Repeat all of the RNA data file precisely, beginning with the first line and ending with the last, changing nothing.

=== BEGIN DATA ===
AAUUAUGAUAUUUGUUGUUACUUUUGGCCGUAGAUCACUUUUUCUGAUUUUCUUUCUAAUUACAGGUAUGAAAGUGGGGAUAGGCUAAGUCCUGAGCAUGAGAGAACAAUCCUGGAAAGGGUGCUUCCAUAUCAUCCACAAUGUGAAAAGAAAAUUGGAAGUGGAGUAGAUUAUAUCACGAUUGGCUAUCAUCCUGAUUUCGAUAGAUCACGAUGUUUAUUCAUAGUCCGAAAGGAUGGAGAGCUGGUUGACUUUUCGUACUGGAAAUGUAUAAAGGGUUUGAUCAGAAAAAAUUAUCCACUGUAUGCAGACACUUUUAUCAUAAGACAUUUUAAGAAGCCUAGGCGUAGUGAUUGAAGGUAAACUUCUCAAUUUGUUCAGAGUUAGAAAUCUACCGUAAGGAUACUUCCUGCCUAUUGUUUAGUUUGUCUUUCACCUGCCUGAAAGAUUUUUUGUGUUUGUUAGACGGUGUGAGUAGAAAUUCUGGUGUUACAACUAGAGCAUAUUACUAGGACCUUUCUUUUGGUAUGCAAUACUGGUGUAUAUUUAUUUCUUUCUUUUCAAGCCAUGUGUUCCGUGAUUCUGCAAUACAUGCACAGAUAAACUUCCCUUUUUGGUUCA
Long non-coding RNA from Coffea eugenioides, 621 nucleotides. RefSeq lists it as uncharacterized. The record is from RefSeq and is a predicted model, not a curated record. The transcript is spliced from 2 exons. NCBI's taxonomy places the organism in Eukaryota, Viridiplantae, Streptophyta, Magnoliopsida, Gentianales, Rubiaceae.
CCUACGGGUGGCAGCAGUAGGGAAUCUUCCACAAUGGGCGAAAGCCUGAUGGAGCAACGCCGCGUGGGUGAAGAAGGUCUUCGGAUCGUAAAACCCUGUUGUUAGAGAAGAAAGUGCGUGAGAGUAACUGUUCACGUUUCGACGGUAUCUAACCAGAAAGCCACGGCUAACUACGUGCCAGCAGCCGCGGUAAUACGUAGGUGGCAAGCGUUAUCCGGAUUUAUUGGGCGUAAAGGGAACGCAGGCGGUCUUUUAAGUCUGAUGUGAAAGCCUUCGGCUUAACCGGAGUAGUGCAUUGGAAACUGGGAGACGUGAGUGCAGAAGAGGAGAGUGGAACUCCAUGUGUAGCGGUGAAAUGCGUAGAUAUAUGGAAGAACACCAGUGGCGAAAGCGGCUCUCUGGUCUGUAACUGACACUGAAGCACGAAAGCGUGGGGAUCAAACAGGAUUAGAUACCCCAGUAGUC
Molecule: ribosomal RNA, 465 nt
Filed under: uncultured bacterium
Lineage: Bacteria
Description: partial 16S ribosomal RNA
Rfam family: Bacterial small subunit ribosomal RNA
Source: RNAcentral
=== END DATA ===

AAUUAUGAUAUUUGUUGUUACUUUUGGCCGUAGAUCACUUUUUCUGAUUUUCUUUCUAAUUACAGGUAUGAAAGUGGGGAUAGGCUAAGUCCUGAGCAUGAGAGAACAAUCCUGGAAAGGGUGCUUCCAUAUCAUCCACAAUGUGAAAAGAAAAUUGGAAGUGGAGUAGAUUAUAUCACGAUUGGCUAUCAUCCUGAUUUCGAUAGAUCACGAUGUUUAUUCAUAGUCCGAAAGGAUGGAGAGCUGGUUGACUUUUCGUACUGGAAAUGUAUAAAGGGUUUGAUCAGAAAAAAUUAUCCACUGUAUGCAGACACUUUUAUCAUAAGACAUUUUAAGAAGCCUAGGCGUAGUGAUUGAAGGUAAACUUCUCAAUUUGUUCAGAGUUAGAAAUCUACCGUAAGGAUACUUCCUGCCUAUUGUUUAGUUUGUCUUUCACCUGCCUGAAAGAUUUUUUGUGUUUGUUAGACGGUGUGAGUAGAAAUUCUGGUGUUACAACUAGAGCAUAUUACUAGGACCUUUCUUUUGGUAUGCAAUACUGGUGUAUAUUUAUUUCUUUCUUUUCAAGCCAUGUGUUCCGUGAUUCUGCAAUACAUGCACAGAUAAACUUCCCUUUUUGGUUCA
Long non-coding RNA from Coffea eugenioides, 621 nucleotides. RefSeq lists it as uncharacterized. The record is from RefSeq and is a predicted model, not a curated record. The transcript is spliced from 2 exons. NCBI's taxonomy places the organism in Eukaryota, Viridiplantae, Streptophyta, Magnoliopsida, Gentianales, Rubiaceae.
CCUACGGGUGGCAGCAGUAGGGAAUCUUCCACAAUGGGCGAAAGCCUGAUGGAGCAACGCCGCGUGGGUGAAGAAGGUCUUCGGAUCGUAAAACCCUGUUGUUAGAGAAGAAAGUGCGUGAGAGUAACUGUUCACGUUUCGACGGUAUCUAACCAGAAAGCCACGGCUAACUACGUGCCAGCAGCCGCGGUAAUACGUAGGUGGCAAGCGUUAUCCGGAUUUAUUGGGCGUAAAGGGAACGCAGGCGGUCUUUUAAGUCUGAUGUGAAAGCCUUCGGCUUAACCGGAGUAGUGCAUUGGAAACUGGGAGACGUGAGUGCAGAAGAGGAGAGUGGAACUCCAUGUGUAGCGGUGAAAUGCGUAGAUAUAUGGAAGAACACCAGUGGCGAAAGCGGCUCUCUGGUCUGUAACUGACACUGAAGCACGAAAGCGUGGGGAUCAAACAGGAUUAGAUACCCCAGUAGUC
Molecule: ribosomal RNA, 465 nt
Filed under: uncultured bacterium
Lineage: Bacteria
Description: partial 16S ribosomal RNA
Rfam family: Bacterial small subunit ribosomal RNA
Source: RNAcentral